The Beauty Queen of Leenane by Martin McDonagh. Directed by Eric Peterson.
Reviewed by J. Peter Bergman
"I can’t put my finger on why..."
There’s a recessive gene somewhere, a chromosome perhaps, that informs a certain state of instability in the emotional makeup of some mothers and daughters. When control is the prime issue, as it is in Martin McDonagh’s play "The Beauty Queen of Leenane," that recessive sense comes to the fore in a big way.
Mag and Maureen live alone together in a creaky old farm house on a hillside in Connemara, County Galway, Ireland. Their relationship is not good; at best it is testy at its worst it is dangerous. Mag tells lies about her daughter to everyone, especially to men, and Maureen rebels by making up a history that may or may not be her own. They pull at one another emotionally and sometimes physically, and no torture is too great for either one when it comes to controlling the actions of the other. Mag has seemingly destroyed her daughter’s life and her chances at a life outside this small town and tiny home. Maureen is her servant and only Mag’s death will bring about her chance to escape. When she finally gets a man to want her, the situation only gets worse for everyone.
Michael Providence and Emily Jon Mitchell; photo provided
Not a snappy comedy, as you can tell. In its current incarnation at Oldcastle Theatre Company’s Bennington, Vermont home, it doesn’t even get its usually uncomfortable laughs. That doesn’t really matter, though, because the two actresses who go at each other for two hours are doing a wonderful job at playing the ugly realities while the two men with whom they spar are doing their finest jobs playing the ridiculous in their characters.
As the unstable and overly cruel daughter Maureen there is Katrina Ferguson. She is tall, big-boned and plain, a stunning combination in the playing of this part. Ferguson makes Maureen alluring at times, seductive and pretty, but she never lets the character shine unduly or display too much of a good thing in her character. When confronted with a story of insanity in her past, she does a wonderful job of parlaying the story into just that, a story. Even in a state of confession, later on, she manages to make her boyfriend, and us, believe that Mag is making things up. Ferguson does it with subtle gestures, facial expressions and a voice that pours rich, thick cream onto the surface of anything she want to coast on. It’s a beautiful performance right up to the final moments of the play when more is revealed than she has even conceived of up to that point.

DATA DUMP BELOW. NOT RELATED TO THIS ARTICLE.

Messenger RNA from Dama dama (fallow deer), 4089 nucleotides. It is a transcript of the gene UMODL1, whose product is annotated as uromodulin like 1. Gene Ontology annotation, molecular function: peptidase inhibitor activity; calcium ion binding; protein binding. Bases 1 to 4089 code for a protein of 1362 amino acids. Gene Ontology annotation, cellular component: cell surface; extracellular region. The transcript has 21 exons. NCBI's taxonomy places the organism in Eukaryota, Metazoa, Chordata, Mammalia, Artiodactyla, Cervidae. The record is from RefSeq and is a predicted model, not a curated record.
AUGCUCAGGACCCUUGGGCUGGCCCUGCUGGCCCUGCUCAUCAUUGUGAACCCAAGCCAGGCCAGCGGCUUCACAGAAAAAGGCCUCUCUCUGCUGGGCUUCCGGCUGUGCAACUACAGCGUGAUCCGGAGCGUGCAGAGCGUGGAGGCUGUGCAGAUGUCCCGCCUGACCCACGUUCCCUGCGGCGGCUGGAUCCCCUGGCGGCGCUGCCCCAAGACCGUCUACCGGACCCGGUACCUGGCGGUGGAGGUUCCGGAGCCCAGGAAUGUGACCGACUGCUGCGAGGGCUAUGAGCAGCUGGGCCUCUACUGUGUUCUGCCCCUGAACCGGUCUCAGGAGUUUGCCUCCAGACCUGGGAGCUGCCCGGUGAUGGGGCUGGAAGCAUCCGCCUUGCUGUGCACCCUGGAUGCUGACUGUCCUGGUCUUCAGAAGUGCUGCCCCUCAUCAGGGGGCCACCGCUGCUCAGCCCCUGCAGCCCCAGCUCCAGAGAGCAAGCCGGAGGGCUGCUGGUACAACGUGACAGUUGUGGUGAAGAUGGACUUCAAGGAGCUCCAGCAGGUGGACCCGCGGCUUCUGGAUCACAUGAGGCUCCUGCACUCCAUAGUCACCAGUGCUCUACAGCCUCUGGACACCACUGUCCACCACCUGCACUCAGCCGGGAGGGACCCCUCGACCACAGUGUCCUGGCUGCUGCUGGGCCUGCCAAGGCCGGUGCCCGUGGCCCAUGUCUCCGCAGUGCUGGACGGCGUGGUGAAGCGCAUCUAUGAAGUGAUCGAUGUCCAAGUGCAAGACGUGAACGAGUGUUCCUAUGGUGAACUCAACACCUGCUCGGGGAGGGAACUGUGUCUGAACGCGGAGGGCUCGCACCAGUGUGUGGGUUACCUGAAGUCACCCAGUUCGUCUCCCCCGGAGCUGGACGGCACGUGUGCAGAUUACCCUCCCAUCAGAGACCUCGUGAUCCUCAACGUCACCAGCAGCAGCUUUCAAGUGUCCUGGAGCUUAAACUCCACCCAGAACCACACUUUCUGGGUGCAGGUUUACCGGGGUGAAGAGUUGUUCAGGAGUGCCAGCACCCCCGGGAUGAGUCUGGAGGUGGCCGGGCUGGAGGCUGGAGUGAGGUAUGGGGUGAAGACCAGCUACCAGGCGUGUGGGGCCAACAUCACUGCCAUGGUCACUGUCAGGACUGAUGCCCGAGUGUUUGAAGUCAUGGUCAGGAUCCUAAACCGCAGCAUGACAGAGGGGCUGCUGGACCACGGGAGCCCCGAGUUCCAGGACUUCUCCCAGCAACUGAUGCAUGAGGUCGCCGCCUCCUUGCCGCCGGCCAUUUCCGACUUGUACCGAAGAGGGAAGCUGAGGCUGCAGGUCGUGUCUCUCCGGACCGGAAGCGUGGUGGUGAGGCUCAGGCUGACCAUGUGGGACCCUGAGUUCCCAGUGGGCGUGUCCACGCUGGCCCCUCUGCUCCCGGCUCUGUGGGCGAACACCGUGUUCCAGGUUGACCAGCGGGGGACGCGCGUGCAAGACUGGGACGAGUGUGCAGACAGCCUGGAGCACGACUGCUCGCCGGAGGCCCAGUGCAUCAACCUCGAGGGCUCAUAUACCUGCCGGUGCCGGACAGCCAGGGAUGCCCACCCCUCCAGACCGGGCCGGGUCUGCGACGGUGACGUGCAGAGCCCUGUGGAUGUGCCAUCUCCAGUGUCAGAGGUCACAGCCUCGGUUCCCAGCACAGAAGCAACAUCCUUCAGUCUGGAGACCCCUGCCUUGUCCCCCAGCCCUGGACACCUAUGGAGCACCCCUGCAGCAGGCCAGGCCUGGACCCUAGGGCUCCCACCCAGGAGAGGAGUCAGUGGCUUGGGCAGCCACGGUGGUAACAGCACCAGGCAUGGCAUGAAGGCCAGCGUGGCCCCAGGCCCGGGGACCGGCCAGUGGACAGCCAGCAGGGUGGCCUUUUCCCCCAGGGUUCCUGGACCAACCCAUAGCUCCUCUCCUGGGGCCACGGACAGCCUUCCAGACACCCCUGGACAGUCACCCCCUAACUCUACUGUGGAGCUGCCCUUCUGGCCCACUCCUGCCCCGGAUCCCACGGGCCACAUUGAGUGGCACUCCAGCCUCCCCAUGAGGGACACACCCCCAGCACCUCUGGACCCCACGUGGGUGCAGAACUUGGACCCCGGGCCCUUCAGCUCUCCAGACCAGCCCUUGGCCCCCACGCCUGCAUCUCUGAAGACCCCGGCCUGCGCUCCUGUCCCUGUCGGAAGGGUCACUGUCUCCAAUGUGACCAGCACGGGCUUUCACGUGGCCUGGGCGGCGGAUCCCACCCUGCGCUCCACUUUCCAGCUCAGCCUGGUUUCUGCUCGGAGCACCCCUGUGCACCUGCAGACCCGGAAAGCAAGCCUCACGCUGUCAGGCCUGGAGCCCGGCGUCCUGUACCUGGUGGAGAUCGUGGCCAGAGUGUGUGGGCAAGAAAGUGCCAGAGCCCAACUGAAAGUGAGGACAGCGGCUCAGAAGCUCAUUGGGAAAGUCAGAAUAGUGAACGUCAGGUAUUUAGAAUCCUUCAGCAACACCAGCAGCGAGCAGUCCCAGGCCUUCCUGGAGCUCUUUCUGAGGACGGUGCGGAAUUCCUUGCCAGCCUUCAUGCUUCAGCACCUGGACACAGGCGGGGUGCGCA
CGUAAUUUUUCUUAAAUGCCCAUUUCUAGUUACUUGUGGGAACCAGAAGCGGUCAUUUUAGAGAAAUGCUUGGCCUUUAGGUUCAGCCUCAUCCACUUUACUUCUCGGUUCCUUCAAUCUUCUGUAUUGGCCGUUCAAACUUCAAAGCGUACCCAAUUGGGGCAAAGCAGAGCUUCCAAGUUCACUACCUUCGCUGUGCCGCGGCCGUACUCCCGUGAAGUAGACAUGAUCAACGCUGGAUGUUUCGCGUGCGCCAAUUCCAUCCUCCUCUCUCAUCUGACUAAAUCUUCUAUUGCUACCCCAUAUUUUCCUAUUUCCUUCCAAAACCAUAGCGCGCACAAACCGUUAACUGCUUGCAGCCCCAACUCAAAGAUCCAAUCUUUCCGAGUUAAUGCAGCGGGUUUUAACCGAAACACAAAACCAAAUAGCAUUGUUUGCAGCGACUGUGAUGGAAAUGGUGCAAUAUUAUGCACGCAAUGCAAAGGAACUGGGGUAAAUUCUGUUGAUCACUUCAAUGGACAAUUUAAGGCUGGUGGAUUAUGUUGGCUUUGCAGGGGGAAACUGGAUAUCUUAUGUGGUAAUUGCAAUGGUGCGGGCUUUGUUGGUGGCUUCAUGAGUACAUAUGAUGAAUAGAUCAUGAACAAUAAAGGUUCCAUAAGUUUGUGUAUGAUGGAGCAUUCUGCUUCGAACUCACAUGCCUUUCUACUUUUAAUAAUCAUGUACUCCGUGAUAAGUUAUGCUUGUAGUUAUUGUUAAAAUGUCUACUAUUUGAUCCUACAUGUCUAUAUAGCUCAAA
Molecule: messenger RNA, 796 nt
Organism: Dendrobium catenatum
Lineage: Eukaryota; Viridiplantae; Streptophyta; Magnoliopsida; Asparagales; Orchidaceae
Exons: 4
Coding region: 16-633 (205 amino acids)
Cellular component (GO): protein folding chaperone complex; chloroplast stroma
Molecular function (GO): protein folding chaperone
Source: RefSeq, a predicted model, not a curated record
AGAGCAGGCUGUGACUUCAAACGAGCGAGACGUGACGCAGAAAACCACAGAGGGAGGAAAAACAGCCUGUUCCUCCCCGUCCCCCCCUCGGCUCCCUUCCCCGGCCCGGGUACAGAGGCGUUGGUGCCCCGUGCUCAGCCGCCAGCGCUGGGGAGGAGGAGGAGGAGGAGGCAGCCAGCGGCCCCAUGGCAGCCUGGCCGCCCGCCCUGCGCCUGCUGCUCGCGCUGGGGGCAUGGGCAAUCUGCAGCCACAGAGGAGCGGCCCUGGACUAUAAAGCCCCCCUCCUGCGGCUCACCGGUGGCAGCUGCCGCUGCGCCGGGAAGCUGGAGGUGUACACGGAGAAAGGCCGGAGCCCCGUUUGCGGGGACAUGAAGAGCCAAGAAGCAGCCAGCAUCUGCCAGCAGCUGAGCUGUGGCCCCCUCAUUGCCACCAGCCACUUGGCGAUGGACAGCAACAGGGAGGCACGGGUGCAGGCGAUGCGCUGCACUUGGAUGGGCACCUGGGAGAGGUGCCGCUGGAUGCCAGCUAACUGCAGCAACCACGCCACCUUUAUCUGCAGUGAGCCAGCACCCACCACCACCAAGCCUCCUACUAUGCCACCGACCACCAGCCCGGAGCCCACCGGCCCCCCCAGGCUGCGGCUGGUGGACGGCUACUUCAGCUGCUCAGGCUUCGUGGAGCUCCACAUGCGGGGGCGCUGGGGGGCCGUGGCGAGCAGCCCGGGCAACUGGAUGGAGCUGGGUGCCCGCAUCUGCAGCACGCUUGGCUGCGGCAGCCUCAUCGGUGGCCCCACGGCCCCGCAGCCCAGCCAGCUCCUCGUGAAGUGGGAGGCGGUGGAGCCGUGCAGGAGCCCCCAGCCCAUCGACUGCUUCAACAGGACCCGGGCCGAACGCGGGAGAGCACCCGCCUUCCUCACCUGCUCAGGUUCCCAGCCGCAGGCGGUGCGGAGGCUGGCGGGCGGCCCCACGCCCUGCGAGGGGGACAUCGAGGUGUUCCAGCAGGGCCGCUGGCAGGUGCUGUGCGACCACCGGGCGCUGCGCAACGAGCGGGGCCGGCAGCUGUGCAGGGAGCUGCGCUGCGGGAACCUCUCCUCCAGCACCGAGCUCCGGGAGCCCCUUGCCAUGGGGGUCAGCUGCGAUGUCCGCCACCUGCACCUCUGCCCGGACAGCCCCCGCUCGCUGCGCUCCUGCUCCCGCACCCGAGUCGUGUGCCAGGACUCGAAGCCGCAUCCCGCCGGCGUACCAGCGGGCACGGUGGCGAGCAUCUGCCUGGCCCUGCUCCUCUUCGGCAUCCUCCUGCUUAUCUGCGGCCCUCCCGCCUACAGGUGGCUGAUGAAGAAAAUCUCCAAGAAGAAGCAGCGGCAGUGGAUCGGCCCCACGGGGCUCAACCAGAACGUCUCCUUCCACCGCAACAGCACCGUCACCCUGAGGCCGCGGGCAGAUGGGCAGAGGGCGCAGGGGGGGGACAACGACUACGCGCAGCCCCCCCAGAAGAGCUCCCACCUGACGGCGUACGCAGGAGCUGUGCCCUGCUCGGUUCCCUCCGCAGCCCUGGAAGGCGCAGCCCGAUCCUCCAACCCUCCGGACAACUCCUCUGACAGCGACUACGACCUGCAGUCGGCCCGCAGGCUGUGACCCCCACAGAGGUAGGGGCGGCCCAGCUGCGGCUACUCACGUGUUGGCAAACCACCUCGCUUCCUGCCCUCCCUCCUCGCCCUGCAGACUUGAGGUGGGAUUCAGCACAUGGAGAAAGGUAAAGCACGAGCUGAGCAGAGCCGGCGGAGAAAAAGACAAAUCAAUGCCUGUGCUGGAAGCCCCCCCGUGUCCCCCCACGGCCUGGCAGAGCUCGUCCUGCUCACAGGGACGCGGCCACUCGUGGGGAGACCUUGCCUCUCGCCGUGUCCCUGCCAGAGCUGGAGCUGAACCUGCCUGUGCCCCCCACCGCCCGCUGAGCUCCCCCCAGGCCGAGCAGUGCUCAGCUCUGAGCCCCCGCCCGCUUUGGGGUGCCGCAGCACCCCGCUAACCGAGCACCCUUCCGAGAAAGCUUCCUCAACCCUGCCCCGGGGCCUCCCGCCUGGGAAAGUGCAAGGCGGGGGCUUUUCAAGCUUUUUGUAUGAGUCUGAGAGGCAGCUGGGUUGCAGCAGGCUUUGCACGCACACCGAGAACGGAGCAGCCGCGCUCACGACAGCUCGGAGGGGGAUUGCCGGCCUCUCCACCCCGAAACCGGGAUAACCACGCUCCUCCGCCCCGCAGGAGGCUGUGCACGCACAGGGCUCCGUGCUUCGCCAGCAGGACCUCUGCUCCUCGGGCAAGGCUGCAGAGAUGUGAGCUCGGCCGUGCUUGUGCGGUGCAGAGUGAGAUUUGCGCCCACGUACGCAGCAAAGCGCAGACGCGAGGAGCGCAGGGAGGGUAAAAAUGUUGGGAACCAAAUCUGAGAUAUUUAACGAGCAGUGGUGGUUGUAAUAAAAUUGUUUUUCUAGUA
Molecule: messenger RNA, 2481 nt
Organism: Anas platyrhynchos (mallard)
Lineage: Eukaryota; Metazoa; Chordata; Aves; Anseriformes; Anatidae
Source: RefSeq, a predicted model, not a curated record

The boyfriend here is Richard Howe delivering a fine performance, particularly in his letter writing scene at the top of Act Two. He is, and looks, a trifle too old for the part, but he plays it well enough so that the discrepancy between age and experience in Pato Dooley is smoothed over by the actor’s work.
Playing his brother is a newcomer to this company, Michael Providence. His Ray Dooley is a game lout, into paralyzing the competition in a conversation by constant insistence and repetition. What could be annoying becomes almost charming, and certainly disarming, in his performance. There is even something odd enough about the lad to make you wonder if he could be the dotty one in the quartet of characters.
Another newcomer to the company, Emily Jon Mitchell, plays Mag Folan, Maureen’s irascible and irritating mother. I always marvel at an actor or actress who, over the age of forty, can memorize lines and perform a difficult role with apparent ease, as Ms. Mitchell does here. She has control of her tone of voice so that each utterance has its own double layer of meaning. She has an overwhelming sense of the moment and she makes each turn of events pay off for her nicely. She is almost sweet enough to kiss, and always annoying enough to swat, like a bug. Mitchell outdoes herself in each successive scene until we’re pretty sure she’s the crazy one, but there are still places she wants to take us, and she sets out on her way with confidence and a depraved sort of pride. It’s a wonderful characterization that Mitchell gives the woman: a horror who is almost endearing. I think it was what McDonagh was aiming for when he wrote her.
Kenneth Mooney has created a well-designed production and Eric Peterson has put his actors to work within Mooney’s setting and brought on the flames of desire, anger, hatred and lust. That the set doesn’t burn down is due, only, to the restraint in the playing of Katrina Ferguson. Lit from within, she withholds her heat most of the time and that helps a lot.
See this play twice and it will permanently destroy your desire to visit Ireland and meet the people there. It is clear that though they might fascinate you, they will also frighten you. Let this be a lesson, then, in travel clearance: The Beauty Queen of Leenane is great theater and a travel-trend destroyer. Among other things.
The Beauty Queen of Leenane plays through September 13 at the Bennington for the Arts, located on Route 9 at Gypsy Lane in Bennington, Vermont. For tickets call the Oldcastle Theatre Company box office at 802-447-0564 or find them on line at www.oldcastletheatreco.org.